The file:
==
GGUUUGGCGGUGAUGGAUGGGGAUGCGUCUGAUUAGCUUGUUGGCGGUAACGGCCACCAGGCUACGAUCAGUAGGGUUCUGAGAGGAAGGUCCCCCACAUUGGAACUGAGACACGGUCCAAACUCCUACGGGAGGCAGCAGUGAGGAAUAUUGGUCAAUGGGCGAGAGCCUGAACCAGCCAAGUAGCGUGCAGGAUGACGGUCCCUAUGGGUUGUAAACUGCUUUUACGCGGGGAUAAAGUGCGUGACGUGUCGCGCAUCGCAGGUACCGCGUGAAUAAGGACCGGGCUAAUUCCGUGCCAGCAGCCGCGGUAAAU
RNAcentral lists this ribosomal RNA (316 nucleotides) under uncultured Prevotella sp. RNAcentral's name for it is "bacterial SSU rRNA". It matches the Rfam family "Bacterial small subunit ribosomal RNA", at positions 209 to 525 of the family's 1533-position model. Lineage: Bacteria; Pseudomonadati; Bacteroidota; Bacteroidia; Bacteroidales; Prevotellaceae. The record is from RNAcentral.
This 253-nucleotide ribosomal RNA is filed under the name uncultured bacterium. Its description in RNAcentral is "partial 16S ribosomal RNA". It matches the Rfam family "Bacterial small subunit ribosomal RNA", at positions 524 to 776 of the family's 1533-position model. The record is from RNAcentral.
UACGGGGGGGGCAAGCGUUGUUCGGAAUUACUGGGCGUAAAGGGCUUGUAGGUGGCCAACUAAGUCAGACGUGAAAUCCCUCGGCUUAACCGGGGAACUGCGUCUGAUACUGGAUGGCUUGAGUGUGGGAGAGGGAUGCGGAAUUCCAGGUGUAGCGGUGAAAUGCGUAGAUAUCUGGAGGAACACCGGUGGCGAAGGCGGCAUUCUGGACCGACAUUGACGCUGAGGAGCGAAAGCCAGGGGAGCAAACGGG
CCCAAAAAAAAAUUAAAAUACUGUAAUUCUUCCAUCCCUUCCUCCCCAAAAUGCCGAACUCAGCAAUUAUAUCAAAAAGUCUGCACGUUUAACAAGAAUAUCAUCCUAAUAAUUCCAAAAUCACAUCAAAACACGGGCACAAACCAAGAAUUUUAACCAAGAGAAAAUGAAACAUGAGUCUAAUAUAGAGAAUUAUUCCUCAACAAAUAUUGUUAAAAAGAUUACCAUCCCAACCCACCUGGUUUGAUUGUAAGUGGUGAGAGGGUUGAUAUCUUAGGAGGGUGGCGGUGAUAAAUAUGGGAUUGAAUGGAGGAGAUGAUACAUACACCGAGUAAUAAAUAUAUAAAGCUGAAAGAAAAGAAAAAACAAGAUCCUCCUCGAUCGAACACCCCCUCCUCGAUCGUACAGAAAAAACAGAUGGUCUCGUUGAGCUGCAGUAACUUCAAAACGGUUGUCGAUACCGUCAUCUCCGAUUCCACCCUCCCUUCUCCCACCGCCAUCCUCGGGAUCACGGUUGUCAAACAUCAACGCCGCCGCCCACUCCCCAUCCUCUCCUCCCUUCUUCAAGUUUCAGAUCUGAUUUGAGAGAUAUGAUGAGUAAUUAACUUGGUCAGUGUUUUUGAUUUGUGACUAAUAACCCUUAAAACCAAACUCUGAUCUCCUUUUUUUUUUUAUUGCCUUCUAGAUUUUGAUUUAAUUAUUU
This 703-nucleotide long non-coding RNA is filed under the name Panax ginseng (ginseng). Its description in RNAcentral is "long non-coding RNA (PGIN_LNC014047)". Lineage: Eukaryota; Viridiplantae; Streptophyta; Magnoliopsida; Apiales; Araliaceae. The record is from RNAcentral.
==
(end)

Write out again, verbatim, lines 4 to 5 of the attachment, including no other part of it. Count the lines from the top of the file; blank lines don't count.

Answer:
UACGGGGGGGGCAAGCGUUGUUCGGAAUUACUGGGCGUAAAGGGCUUGUAGGUGGCCAACUAAGUCAGACGUGAAAUCCCUCGGCUUAACCGGGGAACUGCGUCUGAUACUGGAUGGCUUGAGUGUGGGAGAGGGAUGCGGAAUUCCAGGUGUAGCGGUGAAAUGCGUAGAUAUCUGGAGGAACACCGGUGGCGAAGGCGGCAUUCUGGACCGACAUUGACGCUGAGGAGCGAAAGCCAGGGGAGCAAACGGG
CCCAAAAAAAAAUUAAAAUACUGUAAUUCUUCCAUCCCUUCCUCCCCAAAAUGCCGAACUCAGCAAUUAUAUCAAAAAGUCUGCACGUUUAACAAGAAUAUCAUCCUAAUAAUUCCAAAAUCACAUCAAAACACGGGCACAAACCAAGAAUUUUAACCAAGAGAAAAUGAAACAUGAGUCUAAUAUAGAGAAUUAUUCCUCAACAAAUAUUGUUAAAAAGAUUACCAUCCCAACCCACCUGGUUUGAUUGUAAGUGGUGAGAGGGUUGAUAUCUUAGGAGGGUGGCGGUGAUAAAUAUGGGAUUGAAUGGAGGAGAUGAUACAUACACCGAGUAAUAAAUAUAUAAAGCUGAAAGAAAAGAAAAAACAAGAUCCUCCUCGAUCGAACACCCCCUCCUCGAUCGUACAGAAAAAACAGAUGGUCUCGUUGAGCUGCAGUAACUUCAAAACGGUUGUCGAUACCGUCAUCUCCGAUUCCACCCUCCCUUCUCCCACCGCCAUCCUCGGGAUCACGGUUGUCAAACAUCAACGCCGCCGCCCACUCCCCAUCCUCUCCUCCCUUCUUCAAGUUUCAGAUCUGAUUUGAGAGAUAUGAUGAGUAAUUAACUUGGUCAGUGUUUUUGAUUUGUGACUAAUAACCCUUAAAACCAAACUCUGAUCUCCUUUUUUUUUUUAUUGCCUUCUAGAUUUUGAUUUAAUUAUUU